Taking the current market, a Fred. Olsen flag can be spotted at most European offshore wind farms. There are offshore personnel at nearly all of the current UK offshore wind farms under construction, London Array, Teesside Offshore Wind Farm, Lincs, Gwynt y Mor and in Denmark, at Anholt.

Crew boats are at London Array but as the project is completed end of March, these will be going directly to BARD Offshore 1, Rifgatt and Meerwind Ost out of Helgoland and Anholt Windfarm in Denmark. The new Fred. Olsen jack-up installation vessels are also busy. The Brave Tern recently completed the installation of the first met mast and Bucket Foundation on Forewind’s Dogger Bank. This month, she will commence installation work with BARD Offshore in Germany for an expected 150 days. The Bold Tern left the yard in Dubai last month and is on its way to Germany for its first job on Rifgatt.

Mr Degen comments on the slight delays with the construction of the installation vessels. “There have been some minor issues during construction of the vessels, but it is important in the end to get vessels with which you are satisfied. We have two really great vessels, which embody more than 160 years of shipbuilding knowledge and the feedback we get from the industry is very positive.”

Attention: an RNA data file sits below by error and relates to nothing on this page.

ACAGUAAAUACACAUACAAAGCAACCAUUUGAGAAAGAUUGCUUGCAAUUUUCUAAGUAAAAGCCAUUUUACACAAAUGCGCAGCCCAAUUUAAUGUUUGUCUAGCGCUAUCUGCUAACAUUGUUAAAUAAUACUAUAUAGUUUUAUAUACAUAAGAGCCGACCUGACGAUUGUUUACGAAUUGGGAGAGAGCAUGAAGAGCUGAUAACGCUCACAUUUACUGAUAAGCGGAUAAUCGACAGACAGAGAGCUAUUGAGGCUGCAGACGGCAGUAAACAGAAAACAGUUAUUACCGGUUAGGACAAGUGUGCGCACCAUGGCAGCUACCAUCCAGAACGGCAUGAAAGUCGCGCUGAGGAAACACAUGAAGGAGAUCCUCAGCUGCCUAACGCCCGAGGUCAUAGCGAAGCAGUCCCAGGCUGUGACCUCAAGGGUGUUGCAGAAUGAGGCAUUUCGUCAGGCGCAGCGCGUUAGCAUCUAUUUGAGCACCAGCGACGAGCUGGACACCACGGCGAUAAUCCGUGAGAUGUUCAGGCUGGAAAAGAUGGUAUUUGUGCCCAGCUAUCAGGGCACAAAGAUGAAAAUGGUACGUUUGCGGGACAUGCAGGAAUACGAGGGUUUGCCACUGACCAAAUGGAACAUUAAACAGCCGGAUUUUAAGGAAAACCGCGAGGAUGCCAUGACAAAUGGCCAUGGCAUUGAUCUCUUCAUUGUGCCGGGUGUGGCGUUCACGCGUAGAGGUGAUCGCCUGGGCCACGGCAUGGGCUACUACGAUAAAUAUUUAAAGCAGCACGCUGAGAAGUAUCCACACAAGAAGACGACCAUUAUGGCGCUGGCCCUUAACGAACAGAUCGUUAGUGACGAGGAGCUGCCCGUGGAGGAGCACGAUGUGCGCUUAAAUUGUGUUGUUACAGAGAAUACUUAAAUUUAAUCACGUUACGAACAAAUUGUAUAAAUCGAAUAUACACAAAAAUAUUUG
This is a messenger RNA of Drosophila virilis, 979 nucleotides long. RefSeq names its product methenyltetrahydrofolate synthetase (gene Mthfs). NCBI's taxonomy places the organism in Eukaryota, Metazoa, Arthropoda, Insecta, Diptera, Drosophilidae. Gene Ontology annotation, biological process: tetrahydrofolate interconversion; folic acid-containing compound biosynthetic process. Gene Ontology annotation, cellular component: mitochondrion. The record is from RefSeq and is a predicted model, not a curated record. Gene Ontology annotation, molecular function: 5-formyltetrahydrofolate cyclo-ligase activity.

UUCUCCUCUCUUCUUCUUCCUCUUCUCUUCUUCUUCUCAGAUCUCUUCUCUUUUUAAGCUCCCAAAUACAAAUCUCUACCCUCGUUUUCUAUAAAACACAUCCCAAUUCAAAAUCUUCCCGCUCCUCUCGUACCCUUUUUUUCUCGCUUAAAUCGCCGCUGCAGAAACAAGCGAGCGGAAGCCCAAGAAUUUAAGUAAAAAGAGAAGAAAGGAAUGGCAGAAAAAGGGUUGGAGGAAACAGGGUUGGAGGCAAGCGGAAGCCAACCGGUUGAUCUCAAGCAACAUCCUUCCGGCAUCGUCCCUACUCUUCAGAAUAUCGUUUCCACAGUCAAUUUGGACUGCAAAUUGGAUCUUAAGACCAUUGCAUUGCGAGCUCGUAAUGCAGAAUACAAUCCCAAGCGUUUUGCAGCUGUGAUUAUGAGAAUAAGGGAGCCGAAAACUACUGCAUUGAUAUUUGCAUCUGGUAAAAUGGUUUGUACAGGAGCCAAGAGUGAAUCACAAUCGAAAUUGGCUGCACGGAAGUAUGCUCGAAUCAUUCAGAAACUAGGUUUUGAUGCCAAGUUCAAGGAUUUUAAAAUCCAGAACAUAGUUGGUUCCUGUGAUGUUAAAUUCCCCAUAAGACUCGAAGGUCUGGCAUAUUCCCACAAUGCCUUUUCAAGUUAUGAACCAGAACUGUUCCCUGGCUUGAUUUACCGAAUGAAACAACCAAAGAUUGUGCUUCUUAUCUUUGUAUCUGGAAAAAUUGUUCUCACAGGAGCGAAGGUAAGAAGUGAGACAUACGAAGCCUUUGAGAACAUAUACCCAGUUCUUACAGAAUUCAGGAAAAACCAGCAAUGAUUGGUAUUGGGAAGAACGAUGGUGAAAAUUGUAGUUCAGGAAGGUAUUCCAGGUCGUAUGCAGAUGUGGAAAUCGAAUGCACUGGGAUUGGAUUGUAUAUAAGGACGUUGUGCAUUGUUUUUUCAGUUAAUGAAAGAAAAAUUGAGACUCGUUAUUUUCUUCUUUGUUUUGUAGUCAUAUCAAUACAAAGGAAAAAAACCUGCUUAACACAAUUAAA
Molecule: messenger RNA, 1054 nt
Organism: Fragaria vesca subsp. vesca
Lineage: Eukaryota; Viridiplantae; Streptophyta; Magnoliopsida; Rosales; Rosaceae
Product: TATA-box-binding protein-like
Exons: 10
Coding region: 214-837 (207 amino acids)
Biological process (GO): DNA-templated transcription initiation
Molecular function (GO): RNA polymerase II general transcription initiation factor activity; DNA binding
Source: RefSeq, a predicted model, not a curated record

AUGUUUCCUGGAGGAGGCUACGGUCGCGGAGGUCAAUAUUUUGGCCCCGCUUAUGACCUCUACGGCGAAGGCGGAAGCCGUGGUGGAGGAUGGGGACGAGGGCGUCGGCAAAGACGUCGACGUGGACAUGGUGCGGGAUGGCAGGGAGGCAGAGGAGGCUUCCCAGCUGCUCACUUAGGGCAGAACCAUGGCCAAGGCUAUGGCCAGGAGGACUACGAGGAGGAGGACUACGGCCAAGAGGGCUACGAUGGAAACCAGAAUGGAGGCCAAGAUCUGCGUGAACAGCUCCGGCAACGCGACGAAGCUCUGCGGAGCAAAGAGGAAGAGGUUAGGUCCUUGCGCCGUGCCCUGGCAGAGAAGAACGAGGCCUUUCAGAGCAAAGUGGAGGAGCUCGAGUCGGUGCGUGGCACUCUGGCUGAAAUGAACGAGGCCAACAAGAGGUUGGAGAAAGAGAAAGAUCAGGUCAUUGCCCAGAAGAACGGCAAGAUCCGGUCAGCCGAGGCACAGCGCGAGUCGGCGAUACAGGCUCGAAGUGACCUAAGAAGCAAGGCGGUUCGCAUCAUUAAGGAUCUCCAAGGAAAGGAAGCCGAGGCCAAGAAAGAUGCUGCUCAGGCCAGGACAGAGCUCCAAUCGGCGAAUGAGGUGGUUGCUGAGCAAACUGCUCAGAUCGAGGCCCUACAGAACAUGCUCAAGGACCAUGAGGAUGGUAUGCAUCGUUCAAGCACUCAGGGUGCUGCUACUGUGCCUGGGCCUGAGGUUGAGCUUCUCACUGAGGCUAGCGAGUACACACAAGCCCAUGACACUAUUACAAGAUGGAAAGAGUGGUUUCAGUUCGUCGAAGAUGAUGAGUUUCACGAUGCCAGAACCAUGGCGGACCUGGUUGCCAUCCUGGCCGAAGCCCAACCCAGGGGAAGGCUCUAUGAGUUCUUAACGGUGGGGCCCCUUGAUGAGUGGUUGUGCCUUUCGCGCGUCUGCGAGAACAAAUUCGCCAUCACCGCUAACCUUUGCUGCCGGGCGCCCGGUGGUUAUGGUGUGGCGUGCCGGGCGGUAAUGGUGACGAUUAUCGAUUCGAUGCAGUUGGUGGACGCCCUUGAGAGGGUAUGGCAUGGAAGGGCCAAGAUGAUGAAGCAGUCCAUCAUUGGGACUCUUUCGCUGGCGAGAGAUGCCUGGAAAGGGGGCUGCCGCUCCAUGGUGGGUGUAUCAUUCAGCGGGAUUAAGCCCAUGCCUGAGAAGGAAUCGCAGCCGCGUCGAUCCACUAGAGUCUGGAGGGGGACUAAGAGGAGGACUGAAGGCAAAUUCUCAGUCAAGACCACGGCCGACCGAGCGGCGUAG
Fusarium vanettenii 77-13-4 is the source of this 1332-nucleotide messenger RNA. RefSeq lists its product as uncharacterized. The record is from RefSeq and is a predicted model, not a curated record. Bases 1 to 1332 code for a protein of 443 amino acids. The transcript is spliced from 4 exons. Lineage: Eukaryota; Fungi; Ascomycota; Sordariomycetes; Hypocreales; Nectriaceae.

Broadening fleet portfolio

Currently, there are eight crew boats in the young offshore wind fleet. “We are considering what is beneficial for the industry.”

Several obvious gaps in the portfolio are cable laying, accommodation, and maintenance vessels. Mr Degen doesn’t wish to comment any further about developments at this stage but adds that cable layers are not a priority. “Not today or tomorrow but perhaps at some stage.” However, with a hint at possibilities in the future, he adds: “We are building foundations and seeing where our shipping knowledge can make a difference – where a well designed vessel can bring down the costs of installation even further. But we are still at the early stages so I can’t say more right now.”

Fred. Olsen United is well aware of the challenges for maintenance of the turbines, he says, particularly as wind farms go further offshore. “There is a new complexity because you simply can’t bring people back every day from the wind farms. If considering Dogger Bank which is located 120-300km offshore, we are thinking about the servicing side and hotel accommodation vessels.” Fred. Olsen United is working with the industry on these issues seeking the ‘most efficient and cost effective solution’.